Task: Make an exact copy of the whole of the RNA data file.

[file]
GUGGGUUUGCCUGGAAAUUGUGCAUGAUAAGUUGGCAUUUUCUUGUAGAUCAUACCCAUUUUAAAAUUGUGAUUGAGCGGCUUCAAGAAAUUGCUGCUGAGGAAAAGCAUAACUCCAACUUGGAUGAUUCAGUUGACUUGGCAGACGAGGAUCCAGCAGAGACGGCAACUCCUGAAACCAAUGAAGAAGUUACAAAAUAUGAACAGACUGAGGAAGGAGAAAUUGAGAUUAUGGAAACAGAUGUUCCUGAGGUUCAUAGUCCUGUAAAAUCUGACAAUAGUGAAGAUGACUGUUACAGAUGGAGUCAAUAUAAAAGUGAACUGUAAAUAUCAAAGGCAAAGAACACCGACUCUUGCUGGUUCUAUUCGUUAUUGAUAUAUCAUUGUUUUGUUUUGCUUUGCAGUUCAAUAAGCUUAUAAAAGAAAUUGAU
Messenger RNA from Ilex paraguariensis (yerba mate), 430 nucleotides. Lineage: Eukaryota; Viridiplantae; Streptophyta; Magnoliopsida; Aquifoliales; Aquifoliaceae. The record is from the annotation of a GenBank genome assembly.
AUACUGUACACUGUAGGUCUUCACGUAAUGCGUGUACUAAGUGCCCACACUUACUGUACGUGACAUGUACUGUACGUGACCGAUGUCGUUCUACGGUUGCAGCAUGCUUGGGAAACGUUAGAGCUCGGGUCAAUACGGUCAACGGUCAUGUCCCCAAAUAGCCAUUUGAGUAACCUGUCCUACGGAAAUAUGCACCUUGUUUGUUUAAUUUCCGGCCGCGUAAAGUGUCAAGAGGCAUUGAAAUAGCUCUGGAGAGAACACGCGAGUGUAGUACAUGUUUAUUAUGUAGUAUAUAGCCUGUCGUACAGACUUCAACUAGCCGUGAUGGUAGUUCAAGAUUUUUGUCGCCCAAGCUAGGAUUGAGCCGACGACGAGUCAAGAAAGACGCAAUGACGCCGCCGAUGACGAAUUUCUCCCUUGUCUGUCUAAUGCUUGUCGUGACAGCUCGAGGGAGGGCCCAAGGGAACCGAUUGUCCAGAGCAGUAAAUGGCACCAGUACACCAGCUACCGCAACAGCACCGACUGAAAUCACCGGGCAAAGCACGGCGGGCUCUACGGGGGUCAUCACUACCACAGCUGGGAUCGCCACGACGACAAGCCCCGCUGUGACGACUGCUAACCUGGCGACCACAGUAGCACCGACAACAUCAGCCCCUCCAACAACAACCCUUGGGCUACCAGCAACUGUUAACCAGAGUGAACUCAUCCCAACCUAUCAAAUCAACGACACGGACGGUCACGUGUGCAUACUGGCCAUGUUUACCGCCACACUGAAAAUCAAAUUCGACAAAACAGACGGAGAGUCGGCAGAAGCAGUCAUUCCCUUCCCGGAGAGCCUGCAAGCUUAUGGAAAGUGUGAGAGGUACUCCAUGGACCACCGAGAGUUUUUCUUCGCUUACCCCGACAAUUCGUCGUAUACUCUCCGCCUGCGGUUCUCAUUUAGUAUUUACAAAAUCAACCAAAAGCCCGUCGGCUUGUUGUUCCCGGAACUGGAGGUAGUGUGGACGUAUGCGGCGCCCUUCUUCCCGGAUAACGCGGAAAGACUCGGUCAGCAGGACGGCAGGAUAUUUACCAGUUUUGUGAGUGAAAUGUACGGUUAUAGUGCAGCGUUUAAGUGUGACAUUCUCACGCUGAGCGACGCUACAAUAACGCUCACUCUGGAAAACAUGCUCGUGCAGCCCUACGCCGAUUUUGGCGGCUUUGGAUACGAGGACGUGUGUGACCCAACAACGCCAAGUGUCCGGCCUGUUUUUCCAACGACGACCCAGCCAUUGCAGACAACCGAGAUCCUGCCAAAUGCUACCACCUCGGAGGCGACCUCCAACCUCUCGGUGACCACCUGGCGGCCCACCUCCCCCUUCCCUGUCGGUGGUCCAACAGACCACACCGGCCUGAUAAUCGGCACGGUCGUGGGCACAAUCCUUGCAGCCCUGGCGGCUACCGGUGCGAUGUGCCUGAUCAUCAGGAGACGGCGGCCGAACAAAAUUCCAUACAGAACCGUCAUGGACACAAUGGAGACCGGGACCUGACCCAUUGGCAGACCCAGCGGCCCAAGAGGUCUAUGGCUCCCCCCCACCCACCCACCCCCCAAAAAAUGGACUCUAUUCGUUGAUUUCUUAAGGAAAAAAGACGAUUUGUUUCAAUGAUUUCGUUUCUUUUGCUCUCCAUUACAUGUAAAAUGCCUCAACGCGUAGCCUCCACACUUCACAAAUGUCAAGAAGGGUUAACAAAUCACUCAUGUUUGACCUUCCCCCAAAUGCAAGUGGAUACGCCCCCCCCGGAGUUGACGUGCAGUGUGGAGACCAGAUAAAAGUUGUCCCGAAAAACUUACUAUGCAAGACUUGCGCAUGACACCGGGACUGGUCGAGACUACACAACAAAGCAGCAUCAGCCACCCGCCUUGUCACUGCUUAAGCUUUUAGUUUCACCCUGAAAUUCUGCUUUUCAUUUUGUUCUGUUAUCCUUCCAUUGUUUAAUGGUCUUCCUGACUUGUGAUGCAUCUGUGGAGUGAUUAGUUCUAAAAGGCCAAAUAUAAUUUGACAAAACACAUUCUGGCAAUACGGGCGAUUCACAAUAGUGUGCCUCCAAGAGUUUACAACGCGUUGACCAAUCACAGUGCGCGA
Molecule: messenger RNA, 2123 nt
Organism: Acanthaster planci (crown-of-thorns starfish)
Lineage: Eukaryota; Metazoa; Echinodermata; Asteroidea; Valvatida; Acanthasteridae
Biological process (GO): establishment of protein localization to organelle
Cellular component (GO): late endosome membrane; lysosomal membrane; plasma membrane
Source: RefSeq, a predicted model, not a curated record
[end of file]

GUGGGUUUGCCUGGAAAUUGUGCAUGAUAAGUUGGCAUUUUCUUGUAGAUCAUACCCAUUUUAAAAUUGUGAUUGAGCGGCUUCAAGAAAUUGCUGCUGAGGAAAAGCAUAACUCCAACUUGGAUGAUUCAGUUGACUUGGCAGACGAGGAUCCAGCAGAGACGGCAACUCCUGAAACCAAUGAAGAAGUUACAAAAUAUGAACAGACUGAGGAAGGAGAAAUUGAGAUUAUGGAAACAGAUGUUCCUGAGGUUCAUAGUCCUGUAAAAUCUGACAAUAGUGAAGAUGACUGUUACAGAUGGAGUCAAUAUAAAAGUGAACUGUAAAUAUCAAAGGCAAAGAACACCGACUCUUGCUGGUUCUAUUCGUUAUUGAUAUAUCAUUGUUUUGUUUUGCUUUGCAGUUCAAUAAGCUUAUAAAAGAAAUUGAU
Messenger RNA from Ilex paraguariensis (yerba mate), 430 nucleotides. Lineage: Eukaryota; Viridiplantae; Streptophyta; Magnoliopsida; Aquifoliales; Aquifoliaceae. The record is from the annotation of a GenBank genome assembly.
AUACUGUACACUGUAGGUCUUCACGUAAUGCGUGUACUAAGUGCCCACACUUACUGUACGUGACAUGUACUGUACGUGACCGAUGUCGUUCUACGGUUGCAGCAUGCUUGGGAAACGUUAGAGCUCGGGUCAAUACGGUCAACGGUCAUGUCCCCAAAUAGCCAUUUGAGUAACCUGUCCUACGGAAAUAUGCACCUUGUUUGUUUAAUUUCCGGCCGCGUAAAGUGUCAAGAGGCAUUGAAAUAGCUCUGGAGAGAACACGCGAGUGUAGUACAUGUUUAUUAUGUAGUAUAUAGCCUGUCGUACAGACUUCAACUAGCCGUGAUGGUAGUUCAAGAUUUUUGUCGCCCAAGCUAGGAUUGAGCCGACGACGAGUCAAGAAAGACGCAAUGACGCCGCCGAUGACGAAUUUCUCCCUUGUCUGUCUAAUGCUUGUCGUGACAGCUCGAGGGAGGGCCCAAGGGAACCGAUUGUCCAGAGCAGUAAAUGGCACCAGUACACCAGCUACCGCAACAGCACCGACUGAAAUCACCGGGCAAAGCACGGCGGGCUCUACGGGGGUCAUCACUACCACAGCUGGGAUCGCCACGACGACAAGCCCCGCUGUGACGACUGCUAACCUGGCGACCACAGUAGCACCGACAACAUCAGCCCCUCCAACAACAACCCUUGGGCUACCAGCAACUGUUAACCAGAGUGAACUCAUCCCAACCUAUCAAAUCAACGACACGGACGGUCACGUGUGCAUACUGGCCAUGUUUACCGCCACACUGAAAAUCAAAUUCGACAAAACAGACGGAGAGUCGGCAGAAGCAGUCAUUCCCUUCCCGGAGAGCCUGCAAGCUUAUGGAAAGUGUGAGAGGUACUCCAUGGACCACCGAGAGUUUUUCUUCGCUUACCCCGACAAUUCGUCGUAUACUCUCCGCCUGCGGUUCUCAUUUAGUAUUUACAAAAUCAACCAAAAGCCCGUCGGCUUGUUGUUCCCGGAACUGGAGGUAGUGUGGACGUAUGCGGCGCCCUUCUUCCCGGAUAACGCGGAAAGACUCGGUCAGCAGGACGGCAGGAUAUUUACCAGUUUUGUGAGUGAAAUGUACGGUUAUAGUGCAGCGUUUAAGUGUGACAUUCUCACGCUGAGCGACGCUACAAUAACGCUCACUCUGGAAAACAUGCUCGUGCAGCCCUACGCCGAUUUUGGCGGCUUUGGAUACGAGGACGUGUGUGACCCAACAACGCCAAGUGUCCGGCCUGUUUUUCCAACGACGACCCAGCCAUUGCAGACAACCGAGAUCCUGCCAAAUGCUACCACCUCGGAGGCGACCUCCAACCUCUCGGUGACCACCUGGCGGCCCACCUCCCCCUUCCCUGUCGGUGGUCCAACAGACCACACCGGCCUGAUAAUCGGCACGGUCGUGGGCACAAUCCUUGCAGCCCUGGCGGCUACCGGUGCGAUGUGCCUGAUCAUCAGGAGACGGCGGCCGAACAAAAUUCCAUACAGAACCGUCAUGGACACAAUGGAGACCGGGACCUGACCCAUUGGCAGACCCAGCGGCCCAAGAGGUCUAUGGCUCCCCCCCACCCACCCACCCCCCAAAAAAUGGACUCUAUUCGUUGAUUUCUUAAGGAAAAAAGACGAUUUGUUUCAAUGAUUUCGUUUCUUUUGCUCUCCAUUACAUGUAAAAUGCCUCAACGCGUAGCCUCCACACUUCACAAAUGUCAAGAAGGGUUAACAAAUCACUCAUGUUUGACCUUCCCCCAAAUGCAAGUGGAUACGCCCCCCCCGGAGUUGACGUGCAGUGUGGAGACCAGAUAAAAGUUGUCCCGAAAAACUUACUAUGCAAGACUUGCGCAUGACACCGGGACUGGUCGAGACUACACAACAAAGCAGCAUCAGCCACCCGCCUUGUCACUGCUUAAGCUUUUAGUUUCACCCUGAAAUUCUGCUUUUCAUUUUGUUCUGUUAUCCUUCCAUUGUUUAAUGGUCUUCCUGACUUGUGAUGCAUCUGUGGAGUGAUUAGUUCUAAAAGGCCAAAUAUAAUUUGACAAAACACAUUCUGGCAAUACGGGCGAUUCACAAUAGUGUGCCUCCAAGAGUUUACAACGCGUUGACCAAUCACAGUGCGCGA
Molecule: messenger RNA, 2123 nt
Organism: Acanthaster planci (crown-of-thorns starfish)
Lineage: Eukaryota; Metazoa; Echinodermata; Asteroidea; Valvatida; Acanthasteridae
Biological process (GO): establishment of protein localization to organelle
Cellular component (GO): late endosome membrane; lysosomal membrane; plasma membrane
Source: RefSeq, a predicted model, not a curated record